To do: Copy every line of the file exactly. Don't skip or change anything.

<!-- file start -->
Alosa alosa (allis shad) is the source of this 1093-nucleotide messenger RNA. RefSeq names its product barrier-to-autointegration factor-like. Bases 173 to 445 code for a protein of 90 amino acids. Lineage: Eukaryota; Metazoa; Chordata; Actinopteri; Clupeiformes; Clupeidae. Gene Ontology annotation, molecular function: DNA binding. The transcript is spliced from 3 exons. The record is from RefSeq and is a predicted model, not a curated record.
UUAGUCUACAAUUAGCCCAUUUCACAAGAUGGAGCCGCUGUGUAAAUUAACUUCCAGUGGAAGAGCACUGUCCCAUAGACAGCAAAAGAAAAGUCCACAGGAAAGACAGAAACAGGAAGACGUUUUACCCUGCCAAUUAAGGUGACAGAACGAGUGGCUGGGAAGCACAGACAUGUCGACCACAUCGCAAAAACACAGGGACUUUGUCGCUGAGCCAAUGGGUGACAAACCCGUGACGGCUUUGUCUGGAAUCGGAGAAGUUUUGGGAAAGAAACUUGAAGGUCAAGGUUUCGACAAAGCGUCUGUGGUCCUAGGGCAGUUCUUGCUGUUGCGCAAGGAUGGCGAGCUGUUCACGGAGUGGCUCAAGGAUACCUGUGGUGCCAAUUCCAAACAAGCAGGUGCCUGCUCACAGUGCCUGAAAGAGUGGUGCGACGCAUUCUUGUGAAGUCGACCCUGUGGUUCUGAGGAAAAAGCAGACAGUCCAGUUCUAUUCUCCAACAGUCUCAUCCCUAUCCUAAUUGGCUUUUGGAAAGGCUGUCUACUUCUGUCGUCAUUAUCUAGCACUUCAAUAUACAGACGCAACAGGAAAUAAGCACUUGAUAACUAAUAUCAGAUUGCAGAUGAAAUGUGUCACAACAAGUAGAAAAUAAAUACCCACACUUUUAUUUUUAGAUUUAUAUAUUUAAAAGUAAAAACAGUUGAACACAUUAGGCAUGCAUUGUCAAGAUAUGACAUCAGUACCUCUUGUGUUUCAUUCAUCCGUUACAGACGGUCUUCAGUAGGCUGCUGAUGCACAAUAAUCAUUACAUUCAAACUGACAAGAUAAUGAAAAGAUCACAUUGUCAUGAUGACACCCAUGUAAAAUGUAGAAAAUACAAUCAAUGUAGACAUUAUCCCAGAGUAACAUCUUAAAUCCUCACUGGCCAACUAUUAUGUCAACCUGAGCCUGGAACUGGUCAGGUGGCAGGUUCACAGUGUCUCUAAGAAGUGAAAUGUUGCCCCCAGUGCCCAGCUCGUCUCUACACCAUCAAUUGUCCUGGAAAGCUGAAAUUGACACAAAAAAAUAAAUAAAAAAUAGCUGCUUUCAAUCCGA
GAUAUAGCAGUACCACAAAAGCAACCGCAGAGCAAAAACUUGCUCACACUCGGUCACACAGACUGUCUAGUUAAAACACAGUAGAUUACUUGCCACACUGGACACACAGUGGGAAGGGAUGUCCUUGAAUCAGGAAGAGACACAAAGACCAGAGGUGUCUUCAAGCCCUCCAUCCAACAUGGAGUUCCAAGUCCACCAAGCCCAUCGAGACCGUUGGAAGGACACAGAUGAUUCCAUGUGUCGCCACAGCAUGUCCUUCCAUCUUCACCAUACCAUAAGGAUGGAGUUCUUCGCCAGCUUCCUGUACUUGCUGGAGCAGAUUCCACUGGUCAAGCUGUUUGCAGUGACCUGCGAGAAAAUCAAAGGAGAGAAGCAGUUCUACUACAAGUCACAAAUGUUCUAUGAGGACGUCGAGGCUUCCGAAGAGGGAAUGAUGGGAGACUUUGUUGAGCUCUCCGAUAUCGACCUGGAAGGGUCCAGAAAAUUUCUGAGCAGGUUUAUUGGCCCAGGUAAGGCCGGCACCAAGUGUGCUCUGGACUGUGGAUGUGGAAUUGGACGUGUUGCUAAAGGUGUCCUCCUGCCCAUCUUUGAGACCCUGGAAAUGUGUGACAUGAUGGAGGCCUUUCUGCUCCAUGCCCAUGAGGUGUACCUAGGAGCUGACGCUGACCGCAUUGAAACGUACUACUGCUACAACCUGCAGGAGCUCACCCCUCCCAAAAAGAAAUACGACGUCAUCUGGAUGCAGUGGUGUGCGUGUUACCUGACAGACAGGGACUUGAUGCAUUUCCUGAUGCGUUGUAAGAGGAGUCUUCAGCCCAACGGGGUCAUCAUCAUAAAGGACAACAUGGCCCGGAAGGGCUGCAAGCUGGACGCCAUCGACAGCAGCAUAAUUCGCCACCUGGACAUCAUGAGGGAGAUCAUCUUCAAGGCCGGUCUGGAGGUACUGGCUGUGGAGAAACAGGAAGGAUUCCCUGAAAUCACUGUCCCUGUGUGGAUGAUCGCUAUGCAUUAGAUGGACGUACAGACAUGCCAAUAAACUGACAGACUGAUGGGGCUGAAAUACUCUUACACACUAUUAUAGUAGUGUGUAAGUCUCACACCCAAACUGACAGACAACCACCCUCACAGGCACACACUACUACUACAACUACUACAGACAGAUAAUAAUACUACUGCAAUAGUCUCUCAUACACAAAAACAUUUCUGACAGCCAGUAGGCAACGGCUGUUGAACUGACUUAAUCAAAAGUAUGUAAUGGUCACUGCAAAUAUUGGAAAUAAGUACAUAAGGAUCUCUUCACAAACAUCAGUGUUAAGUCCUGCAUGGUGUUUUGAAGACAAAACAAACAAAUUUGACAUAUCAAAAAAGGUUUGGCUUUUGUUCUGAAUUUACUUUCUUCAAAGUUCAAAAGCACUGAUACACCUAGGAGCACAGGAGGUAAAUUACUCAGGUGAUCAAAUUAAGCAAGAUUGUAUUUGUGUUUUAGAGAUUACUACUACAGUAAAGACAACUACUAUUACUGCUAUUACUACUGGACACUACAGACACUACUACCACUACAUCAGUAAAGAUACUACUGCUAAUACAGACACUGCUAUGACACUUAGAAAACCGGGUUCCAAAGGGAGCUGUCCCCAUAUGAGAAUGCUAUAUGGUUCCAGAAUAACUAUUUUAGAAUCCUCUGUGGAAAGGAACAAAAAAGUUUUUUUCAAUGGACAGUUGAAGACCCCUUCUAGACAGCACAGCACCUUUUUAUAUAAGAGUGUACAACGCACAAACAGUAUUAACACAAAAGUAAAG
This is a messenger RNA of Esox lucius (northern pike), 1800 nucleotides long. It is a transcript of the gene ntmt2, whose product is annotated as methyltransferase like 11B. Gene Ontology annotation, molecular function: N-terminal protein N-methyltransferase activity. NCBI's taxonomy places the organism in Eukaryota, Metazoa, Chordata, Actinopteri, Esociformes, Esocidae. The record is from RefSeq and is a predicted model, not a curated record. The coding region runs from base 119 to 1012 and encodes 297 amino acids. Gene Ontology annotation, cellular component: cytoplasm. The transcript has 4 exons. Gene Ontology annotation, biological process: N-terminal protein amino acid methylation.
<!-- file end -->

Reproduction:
Alosa alosa (allis shad) is the source of this 1093-nucleotide messenger RNA. RefSeq names its product barrier-to-autointegration factor-like. Bases 173 to 445 code for a protein of 90 amino acids. Lineage: Eukaryota; Metazoa; Chordata; Actinopteri; Clupeiformes; Clupeidae. Gene Ontology annotation, molecular function: DNA binding. The transcript is spliced from 3 exons. The record is from RefSeq and is a predicted model, not a curated record.
UUAGUCUACAAUUAGCCCAUUUCACAAGAUGGAGCCGCUGUGUAAAUUAACUUCCAGUGGAAGAGCACUGUCCCAUAGACAGCAAAAGAAAAGUCCACAGGAAAGACAGAAACAGGAAGACGUUUUACCCUGCCAAUUAAGGUGACAGAACGAGUGGCUGGGAAGCACAGACAUGUCGACCACAUCGCAAAAACACAGGGACUUUGUCGCUGAGCCAAUGGGUGACAAACCCGUGACGGCUUUGUCUGGAAUCGGAGAAGUUUUGGGAAAGAAACUUGAAGGUCAAGGUUUCGACAAAGCGUCUGUGGUCCUAGGGCAGUUCUUGCUGUUGCGCAAGGAUGGCGAGCUGUUCACGGAGUGGCUCAAGGAUACCUGUGGUGCCAAUUCCAAACAAGCAGGUGCCUGCUCACAGUGCCUGAAAGAGUGGUGCGACGCAUUCUUGUGAAGUCGACCCUGUGGUUCUGAGGAAAAAGCAGACAGUCCAGUUCUAUUCUCCAACAGUCUCAUCCCUAUCCUAAUUGGCUUUUGGAAAGGCUGUCUACUUCUGUCGUCAUUAUCUAGCACUUCAAUAUACAGACGCAACAGGAAAUAAGCACUUGAUAACUAAUAUCAGAUUGCAGAUGAAAUGUGUCACAACAAGUAGAAAAUAAAUACCCACACUUUUAUUUUUAGAUUUAUAUAUUUAAAAGUAAAAACAGUUGAACACAUUAGGCAUGCAUUGUCAAGAUAUGACAUCAGUACCUCUUGUGUUUCAUUCAUCCGUUACAGACGGUCUUCAGUAGGCUGCUGAUGCACAAUAAUCAUUACAUUCAAACUGACAAGAUAAUGAAAAGAUCACAUUGUCAUGAUGACACCCAUGUAAAAUGUAGAAAAUACAAUCAAUGUAGACAUUAUCCCAGAGUAACAUCUUAAAUCCUCACUGGCCAACUAUUAUGUCAACCUGAGCCUGGAACUGGUCAGGUGGCAGGUUCACAGUGUCUCUAAGAAGUGAAAUGUUGCCCCCAGUGCCCAGCUCGUCUCUACACCAUCAAUUGUCCUGGAAAGCUGAAAUUGACACAAAAAAAUAAAUAAAAAAUAGCUGCUUUCAAUCCGA
GAUAUAGCAGUACCACAAAAGCAACCGCAGAGCAAAAACUUGCUCACACUCGGUCACACAGACUGUCUAGUUAAAACACAGUAGAUUACUUGCCACACUGGACACACAGUGGGAAGGGAUGUCCUUGAAUCAGGAAGAGACACAAAGACCAGAGGUGUCUUCAAGCCCUCCAUCCAACAUGGAGUUCCAAGUCCACCAAGCCCAUCGAGACCGUUGGAAGGACACAGAUGAUUCCAUGUGUCGCCACAGCAUGUCCUUCCAUCUUCACCAUACCAUAAGGAUGGAGUUCUUCGCCAGCUUCCUGUACUUGCUGGAGCAGAUUCCACUGGUCAAGCUGUUUGCAGUGACCUGCGAGAAAAUCAAAGGAGAGAAGCAGUUCUACUACAAGUCACAAAUGUUCUAUGAGGACGUCGAGGCUUCCGAAGAGGGAAUGAUGGGAGACUUUGUUGAGCUCUCCGAUAUCGACCUGGAAGGGUCCAGAAAAUUUCUGAGCAGGUUUAUUGGCCCAGGUAAGGCCGGCACCAAGUGUGCUCUGGACUGUGGAUGUGGAAUUGGACGUGUUGCUAAAGGUGUCCUCCUGCCCAUCUUUGAGACCCUGGAAAUGUGUGACAUGAUGGAGGCCUUUCUGCUCCAUGCCCAUGAGGUGUACCUAGGAGCUGACGCUGACCGCAUUGAAACGUACUACUGCUACAACCUGCAGGAGCUCACCCCUCCCAAAAAGAAAUACGACGUCAUCUGGAUGCAGUGGUGUGCGUGUUACCUGACAGACAGGGACUUGAUGCAUUUCCUGAUGCGUUGUAAGAGGAGUCUUCAGCCCAACGGGGUCAUCAUCAUAAAGGACAACAUGGCCCGGAAGGGCUGCAAGCUGGACGCCAUCGACAGCAGCAUAAUUCGCCACCUGGACAUCAUGAGGGAGAUCAUCUUCAAGGCCGGUCUGGAGGUACUGGCUGUGGAGAAACAGGAAGGAUUCCCUGAAAUCACUGUCCCUGUGUGGAUGAUCGCUAUGCAUUAGAUGGACGUACAGACAUGCCAAUAAACUGACAGACUGAUGGGGCUGAAAUACUCUUACACACUAUUAUAGUAGUGUGUAAGUCUCACACCCAAACUGACAGACAACCACCCUCACAGGCACACACUACUACUACAACUACUACAGACAGAUAAUAAUACUACUGCAAUAGUCUCUCAUACACAAAAACAUUUCUGACAGCCAGUAGGCAACGGCUGUUGAACUGACUUAAUCAAAAGUAUGUAAUGGUCACUGCAAAUAUUGGAAAUAAGUACAUAAGGAUCUCUUCACAAACAUCAGUGUUAAGUCCUGCAUGGUGUUUUGAAGACAAAACAAACAAAUUUGACAUAUCAAAAAAGGUUUGGCUUUUGUUCUGAAUUUACUUUCUUCAAAGUUCAAAAGCACUGAUACACCUAGGAGCACAGGAGGUAAAUUACUCAGGUGAUCAAAUUAAGCAAGAUUGUAUUUGUGUUUUAGAGAUUACUACUACAGUAAAGACAACUACUAUUACUGCUAUUACUACUGGACACUACAGACACUACUACCACUACAUCAGUAAAGAUACUACUGCUAAUACAGACACUGCUAUGACACUUAGAAAACCGGGUUCCAAAGGGAGCUGUCCCCAUAUGAGAAUGCUAUAUGGUUCCAGAAUAACUAUUUUAGAAUCCUCUGUGGAAAGGAACAAAAAAGUUUUUUUCAAUGGACAGUUGAAGACCCCUUCUAGACAGCACAGCACCUUUUUAUAUAAGAGUGUACAACGCACAAACAGUAUUAACACAAAAGUAAAG
This is a messenger RNA of Esox lucius (northern pike), 1800 nucleotides long. It is a transcript of the gene ntmt2, whose product is annotated as methyltransferase like 11B. Gene Ontology annotation, molecular function: N-terminal protein N-methyltransferase activity. NCBI's taxonomy places the organism in Eukaryota, Metazoa, Chordata, Actinopteri, Esociformes, Esocidae. The record is from RefSeq and is a predicted model, not a curated record. The coding region runs from base 119 to 1012 and encodes 297 amino acids. Gene Ontology annotation, cellular component: cytoplasm. The transcript has 4 exons. Gene Ontology annotation, biological process: N-terminal protein amino acid methylation.